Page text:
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In Drupal 7 New Features, author Tom Geller demonstrates changes to the Drupal 7 administrative interface and other enhancements that have come out of its three-year development period. This course covers its simplified installation process, new themes that will help kick-start design projects, the customizable shortcut bar that puts often-used commands in easy reach, update procedures that leverage its browser-based interface, and a new way of defining fields to create complex content types without additional modules.
Professional authors have a saying, "Writing is easy; editing is hard." But good editing is often what makes the difference between a good work and a great one. Drupal 7's developers apparently knew this too and removed a few things that were either confusing, or underused, or poorly implemented. Only a few things got the axe though, and chances are pretty good that you never use them in Drupal 6. We'll start with one that I'm sure you've never used, because it didn't actually do anything. The Related terms feature for taxonomy.
I'll show you how it worked, or rather didn't work in Drupal 6. Here is our Drupal 6 site. I'll go to Administer > Content > Taxonomy. I'll create a vocabulary. I'll just call it Color names, and save that. And then we'll start adding terms. Just say yellow, Save, and red. Now if we go down here to Advanced options, we see this Related terms.
But it didn't actually do anything. It exposed the terms to each other, but when I asked the developers what it actually did, everyone said, "Well, I don't actually know." So it disappeared from Drupal 7. The second thing that disappeared from Drupal is a setting that lets you require at least a given number of words in posts. The original idea was a good one. It was to prevent people from creating small insubstantial posts, as for example spammers will often do. But apparently very few people were using it, because there was almost no outcry at all in the discussion about removing it.
Again, I'll show you in Drupal 6. Once again, we go up to Administer and Content. And then we go to Content types. To see it, you edit any content type. I'll just edit Page here. Then down here, under Submission form settings, you have this Minimum number of words selection. That's just gone. If you'd like to read the discussion about how that feature got removed by the way, go to drupal.org/node/522184. While we're on the subject, Drupal 6's Post settings page has disappeared.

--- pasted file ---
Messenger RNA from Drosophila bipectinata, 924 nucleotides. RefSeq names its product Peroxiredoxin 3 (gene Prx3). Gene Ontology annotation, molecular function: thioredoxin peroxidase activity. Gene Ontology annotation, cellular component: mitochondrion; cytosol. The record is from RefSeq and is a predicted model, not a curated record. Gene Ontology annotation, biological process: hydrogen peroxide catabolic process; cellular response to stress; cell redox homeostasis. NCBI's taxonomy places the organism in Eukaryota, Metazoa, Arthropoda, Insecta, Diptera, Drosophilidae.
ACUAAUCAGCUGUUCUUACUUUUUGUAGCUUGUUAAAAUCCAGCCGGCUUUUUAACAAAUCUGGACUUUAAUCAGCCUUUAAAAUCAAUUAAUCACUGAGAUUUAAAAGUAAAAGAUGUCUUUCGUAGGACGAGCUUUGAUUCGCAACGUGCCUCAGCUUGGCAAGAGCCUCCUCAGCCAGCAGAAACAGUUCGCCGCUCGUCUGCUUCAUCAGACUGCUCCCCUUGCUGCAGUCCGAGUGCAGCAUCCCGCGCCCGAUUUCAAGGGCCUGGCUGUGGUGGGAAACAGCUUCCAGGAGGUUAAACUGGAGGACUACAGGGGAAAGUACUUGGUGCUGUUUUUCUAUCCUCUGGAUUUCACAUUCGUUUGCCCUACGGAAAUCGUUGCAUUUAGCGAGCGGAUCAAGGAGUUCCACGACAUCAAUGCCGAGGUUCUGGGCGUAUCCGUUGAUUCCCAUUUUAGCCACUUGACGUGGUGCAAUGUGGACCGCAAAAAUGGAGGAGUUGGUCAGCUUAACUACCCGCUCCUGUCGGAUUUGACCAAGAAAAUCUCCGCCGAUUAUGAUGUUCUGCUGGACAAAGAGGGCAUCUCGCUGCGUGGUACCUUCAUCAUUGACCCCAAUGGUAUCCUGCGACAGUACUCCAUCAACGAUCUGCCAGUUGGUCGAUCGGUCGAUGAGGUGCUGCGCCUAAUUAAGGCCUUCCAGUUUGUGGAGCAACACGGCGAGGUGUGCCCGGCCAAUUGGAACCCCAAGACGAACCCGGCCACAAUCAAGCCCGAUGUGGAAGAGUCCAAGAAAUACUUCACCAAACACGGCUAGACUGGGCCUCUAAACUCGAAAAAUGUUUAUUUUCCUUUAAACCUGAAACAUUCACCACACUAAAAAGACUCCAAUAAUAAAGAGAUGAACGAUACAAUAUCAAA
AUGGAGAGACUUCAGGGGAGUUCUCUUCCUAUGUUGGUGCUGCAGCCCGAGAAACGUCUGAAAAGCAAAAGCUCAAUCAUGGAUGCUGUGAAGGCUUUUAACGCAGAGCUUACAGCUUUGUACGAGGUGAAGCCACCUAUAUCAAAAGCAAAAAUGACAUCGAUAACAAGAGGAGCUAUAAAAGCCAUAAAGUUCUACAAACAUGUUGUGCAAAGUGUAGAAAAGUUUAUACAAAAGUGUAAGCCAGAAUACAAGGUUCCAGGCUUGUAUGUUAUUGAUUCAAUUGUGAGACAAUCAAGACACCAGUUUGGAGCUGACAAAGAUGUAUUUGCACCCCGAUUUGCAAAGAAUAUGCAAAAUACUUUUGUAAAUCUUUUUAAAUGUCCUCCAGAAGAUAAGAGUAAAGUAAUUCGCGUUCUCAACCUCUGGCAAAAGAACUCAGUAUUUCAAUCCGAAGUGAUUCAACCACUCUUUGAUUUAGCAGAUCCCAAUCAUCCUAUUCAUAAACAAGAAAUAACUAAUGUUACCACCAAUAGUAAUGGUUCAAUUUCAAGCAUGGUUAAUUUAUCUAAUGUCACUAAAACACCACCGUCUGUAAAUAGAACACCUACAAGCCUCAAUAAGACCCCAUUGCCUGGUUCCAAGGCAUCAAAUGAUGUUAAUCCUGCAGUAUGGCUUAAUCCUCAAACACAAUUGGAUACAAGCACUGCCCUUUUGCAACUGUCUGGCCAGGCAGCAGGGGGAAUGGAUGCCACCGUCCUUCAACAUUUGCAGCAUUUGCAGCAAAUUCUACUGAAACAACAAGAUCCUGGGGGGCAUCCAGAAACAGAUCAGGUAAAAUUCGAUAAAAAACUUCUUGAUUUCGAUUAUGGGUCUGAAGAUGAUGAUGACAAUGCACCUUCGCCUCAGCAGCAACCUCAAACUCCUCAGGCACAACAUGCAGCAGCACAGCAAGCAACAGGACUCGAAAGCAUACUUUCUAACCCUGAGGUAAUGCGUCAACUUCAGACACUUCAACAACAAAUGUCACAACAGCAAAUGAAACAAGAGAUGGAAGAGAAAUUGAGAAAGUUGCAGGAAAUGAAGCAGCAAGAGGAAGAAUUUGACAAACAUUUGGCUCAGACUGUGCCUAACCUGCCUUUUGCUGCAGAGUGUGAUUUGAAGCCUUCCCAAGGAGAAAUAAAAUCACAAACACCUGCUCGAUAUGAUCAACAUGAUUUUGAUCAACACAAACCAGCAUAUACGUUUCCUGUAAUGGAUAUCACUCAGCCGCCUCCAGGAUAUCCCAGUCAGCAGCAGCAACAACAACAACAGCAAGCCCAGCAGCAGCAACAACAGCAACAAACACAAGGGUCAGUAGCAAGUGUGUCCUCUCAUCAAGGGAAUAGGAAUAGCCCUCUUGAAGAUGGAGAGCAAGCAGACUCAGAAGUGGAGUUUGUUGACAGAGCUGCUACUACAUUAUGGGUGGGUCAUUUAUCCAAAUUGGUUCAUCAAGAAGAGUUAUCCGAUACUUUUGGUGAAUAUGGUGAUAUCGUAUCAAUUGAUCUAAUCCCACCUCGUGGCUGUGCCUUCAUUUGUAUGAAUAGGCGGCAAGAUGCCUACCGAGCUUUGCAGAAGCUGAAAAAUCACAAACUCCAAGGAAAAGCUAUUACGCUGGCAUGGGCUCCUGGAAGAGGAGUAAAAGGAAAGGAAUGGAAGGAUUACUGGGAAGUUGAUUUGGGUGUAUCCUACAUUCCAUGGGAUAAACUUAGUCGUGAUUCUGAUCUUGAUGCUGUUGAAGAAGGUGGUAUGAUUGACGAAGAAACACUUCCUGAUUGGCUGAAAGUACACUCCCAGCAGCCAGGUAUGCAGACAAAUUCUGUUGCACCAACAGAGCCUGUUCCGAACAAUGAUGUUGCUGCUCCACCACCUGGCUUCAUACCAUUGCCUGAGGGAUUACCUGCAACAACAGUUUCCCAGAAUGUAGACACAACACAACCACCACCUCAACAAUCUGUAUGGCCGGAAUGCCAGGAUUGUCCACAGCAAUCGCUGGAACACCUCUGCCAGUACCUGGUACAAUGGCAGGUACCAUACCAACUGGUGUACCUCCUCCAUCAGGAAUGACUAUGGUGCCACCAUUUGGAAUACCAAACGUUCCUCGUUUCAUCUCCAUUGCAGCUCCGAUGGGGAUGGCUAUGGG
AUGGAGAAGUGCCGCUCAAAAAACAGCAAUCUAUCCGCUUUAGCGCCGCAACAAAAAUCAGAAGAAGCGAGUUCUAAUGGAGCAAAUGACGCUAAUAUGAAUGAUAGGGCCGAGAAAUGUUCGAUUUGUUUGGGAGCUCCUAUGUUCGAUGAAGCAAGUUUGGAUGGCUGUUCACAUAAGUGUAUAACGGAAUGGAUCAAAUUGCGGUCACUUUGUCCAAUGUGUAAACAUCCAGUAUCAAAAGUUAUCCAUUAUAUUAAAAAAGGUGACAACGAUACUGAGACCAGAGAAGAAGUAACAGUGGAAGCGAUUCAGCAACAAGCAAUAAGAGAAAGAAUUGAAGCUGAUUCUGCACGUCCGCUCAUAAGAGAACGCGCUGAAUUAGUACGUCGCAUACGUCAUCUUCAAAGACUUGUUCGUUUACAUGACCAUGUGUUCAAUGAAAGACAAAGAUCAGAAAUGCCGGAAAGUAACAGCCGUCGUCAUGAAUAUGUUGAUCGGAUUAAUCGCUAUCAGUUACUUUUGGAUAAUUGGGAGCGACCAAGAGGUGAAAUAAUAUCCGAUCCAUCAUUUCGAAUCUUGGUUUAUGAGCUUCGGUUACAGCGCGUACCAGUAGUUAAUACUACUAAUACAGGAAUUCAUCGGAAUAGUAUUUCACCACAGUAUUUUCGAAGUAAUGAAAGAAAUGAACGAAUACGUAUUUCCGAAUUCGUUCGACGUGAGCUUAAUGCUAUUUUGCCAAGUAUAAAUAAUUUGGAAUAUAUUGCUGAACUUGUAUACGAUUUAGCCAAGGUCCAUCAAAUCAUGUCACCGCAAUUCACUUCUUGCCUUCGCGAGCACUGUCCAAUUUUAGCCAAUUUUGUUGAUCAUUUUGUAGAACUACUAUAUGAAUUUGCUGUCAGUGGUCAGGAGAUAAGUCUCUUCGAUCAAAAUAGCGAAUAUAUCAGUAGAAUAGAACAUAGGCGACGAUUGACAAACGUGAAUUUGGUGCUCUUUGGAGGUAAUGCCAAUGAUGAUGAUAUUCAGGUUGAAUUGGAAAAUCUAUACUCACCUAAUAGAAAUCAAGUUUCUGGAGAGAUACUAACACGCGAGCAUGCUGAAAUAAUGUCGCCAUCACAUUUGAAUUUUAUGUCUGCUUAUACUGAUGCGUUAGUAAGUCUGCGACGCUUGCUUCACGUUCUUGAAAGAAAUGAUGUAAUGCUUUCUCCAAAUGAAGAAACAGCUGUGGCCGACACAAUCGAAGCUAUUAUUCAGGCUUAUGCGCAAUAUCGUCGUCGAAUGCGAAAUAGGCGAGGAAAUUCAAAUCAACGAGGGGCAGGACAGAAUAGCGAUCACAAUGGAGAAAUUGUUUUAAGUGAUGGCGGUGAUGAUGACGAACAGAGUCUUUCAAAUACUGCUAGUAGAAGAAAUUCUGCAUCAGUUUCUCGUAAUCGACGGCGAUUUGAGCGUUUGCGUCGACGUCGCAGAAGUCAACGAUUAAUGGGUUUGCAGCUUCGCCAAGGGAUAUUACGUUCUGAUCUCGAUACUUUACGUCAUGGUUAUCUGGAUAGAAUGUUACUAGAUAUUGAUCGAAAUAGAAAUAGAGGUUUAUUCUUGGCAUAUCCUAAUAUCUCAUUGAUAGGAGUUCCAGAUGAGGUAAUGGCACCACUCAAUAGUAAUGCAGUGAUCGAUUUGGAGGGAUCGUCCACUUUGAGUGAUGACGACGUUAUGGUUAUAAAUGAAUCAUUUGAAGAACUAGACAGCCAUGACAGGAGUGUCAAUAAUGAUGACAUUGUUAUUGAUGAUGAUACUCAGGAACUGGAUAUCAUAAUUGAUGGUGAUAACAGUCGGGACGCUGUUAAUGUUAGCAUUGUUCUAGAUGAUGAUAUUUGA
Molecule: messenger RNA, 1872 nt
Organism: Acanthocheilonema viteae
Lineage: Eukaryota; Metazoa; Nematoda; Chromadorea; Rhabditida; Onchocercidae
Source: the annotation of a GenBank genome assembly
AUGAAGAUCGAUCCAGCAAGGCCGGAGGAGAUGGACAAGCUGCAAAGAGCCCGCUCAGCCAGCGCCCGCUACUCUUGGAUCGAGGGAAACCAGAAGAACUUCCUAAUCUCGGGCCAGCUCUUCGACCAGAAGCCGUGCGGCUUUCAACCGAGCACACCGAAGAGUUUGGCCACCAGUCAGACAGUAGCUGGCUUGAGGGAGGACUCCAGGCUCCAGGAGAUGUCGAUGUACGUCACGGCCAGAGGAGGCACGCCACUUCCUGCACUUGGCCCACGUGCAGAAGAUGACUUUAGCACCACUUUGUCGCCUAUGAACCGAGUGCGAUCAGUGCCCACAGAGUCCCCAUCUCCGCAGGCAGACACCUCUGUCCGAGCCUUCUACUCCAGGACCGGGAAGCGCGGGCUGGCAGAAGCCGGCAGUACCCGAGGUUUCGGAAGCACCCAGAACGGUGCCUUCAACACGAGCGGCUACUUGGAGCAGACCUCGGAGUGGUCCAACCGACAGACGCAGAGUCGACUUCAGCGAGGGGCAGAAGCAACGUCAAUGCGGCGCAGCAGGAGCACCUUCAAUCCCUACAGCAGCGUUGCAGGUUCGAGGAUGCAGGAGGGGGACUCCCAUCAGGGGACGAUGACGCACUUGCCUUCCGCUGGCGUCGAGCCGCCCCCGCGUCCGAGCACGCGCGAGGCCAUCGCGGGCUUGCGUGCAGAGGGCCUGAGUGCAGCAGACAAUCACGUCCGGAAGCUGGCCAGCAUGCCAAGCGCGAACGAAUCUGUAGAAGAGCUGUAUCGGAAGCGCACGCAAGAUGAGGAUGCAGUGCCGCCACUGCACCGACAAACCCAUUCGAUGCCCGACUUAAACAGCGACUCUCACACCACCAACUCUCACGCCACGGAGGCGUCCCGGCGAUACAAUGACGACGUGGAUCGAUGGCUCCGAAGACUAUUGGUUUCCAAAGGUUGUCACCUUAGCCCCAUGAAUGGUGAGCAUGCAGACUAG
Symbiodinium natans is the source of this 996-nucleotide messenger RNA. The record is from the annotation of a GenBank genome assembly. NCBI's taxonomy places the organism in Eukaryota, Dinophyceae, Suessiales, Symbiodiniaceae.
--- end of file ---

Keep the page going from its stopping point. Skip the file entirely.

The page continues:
The functions it held haven't left us though. They're just spread among other screens, and in some cases, they've been improved. In Drupal 6, you found that under Administer > Content Management and Post settings. If you'd like to learn exactly where those commands went, you could see that in the video "Finding commands." Moving on, there was an Access rules feature in Drupal 6 that let you block people from registering as users based on their usernames, e-mail addresses, or hosts. That was at Administer > User management and Access rules.
Drupal's developers figured that the username and e-mail addresses were just far too easy to spoof, and few people use this feature anyway. So in Drupal 7, you can only block people by IP address, which is more secure. You do that in Drupal 7 by going to the IP address blocking function. Under Configuration > IP address blocking, and there it is. Finally, we come to three core modules that were simply thrown away. We can see those in Drupal 6. The first one is called Blog API. We get to that by saying Administer > Site Building, and Modules.
As we scroll down, we see this Blog API. That was originally meant to allow people to make blog posts to Drupal through another site such as Blogger or MovableType. Not many people use the Blog API module anymore. If you're curious, you can read about it at drupal.org/node/295 and you could read about how it got removed at drupal.org/node/537434. Nowadays, you'd use the Feeds module to do much of what the Blog API module used to do.
You can get the Feeds module at drupal.org/project/feeds. I got to say it's a great module. I definitely recommend that you take a look at it. Another module that was removed is called Ping. This one made sure that your Drupal site notified others when you had new content. Again, few people used it. If you really want the functionality it offered, check out the Multiping module, which is at drupal.org/project/multiping. If you want to read the discussion about removing that Ping module, just take a look at this other URL, drupal.org/node/231437.
The Throttle module was originally designed to improve performance by choking back your site when it got hit with more traffic than it could handle. But there were improvements in such things as how Drupal caches data, so that sort of made it obsolete. You can read the discussion about removing it at drupal.org/node/245504. If you want to learn more about getting better performance out of Drupal generally, take a look at the other URL on your screen, at groups.drupal.org/high-performance.
Now I know that I've been saying that these features haven't been much used, or that they've been replaced by something else. But I know there are going to be people who've used Drupal 6 and who are going to watch this video, and then go try Drupal 7. They'll look for some important feature, and be unable to find it and think it's one of the ones that disappeared. That's perfectly natural, because a lot of features moved around in Drupal 7. In fact, every administrative path is changed. But don't worry. If you're looking for something important, you can bet that it's still in Drupal 7. The things that I mentioned here really were the ones that were either not used very much, or have been obsoleted by better technologies.
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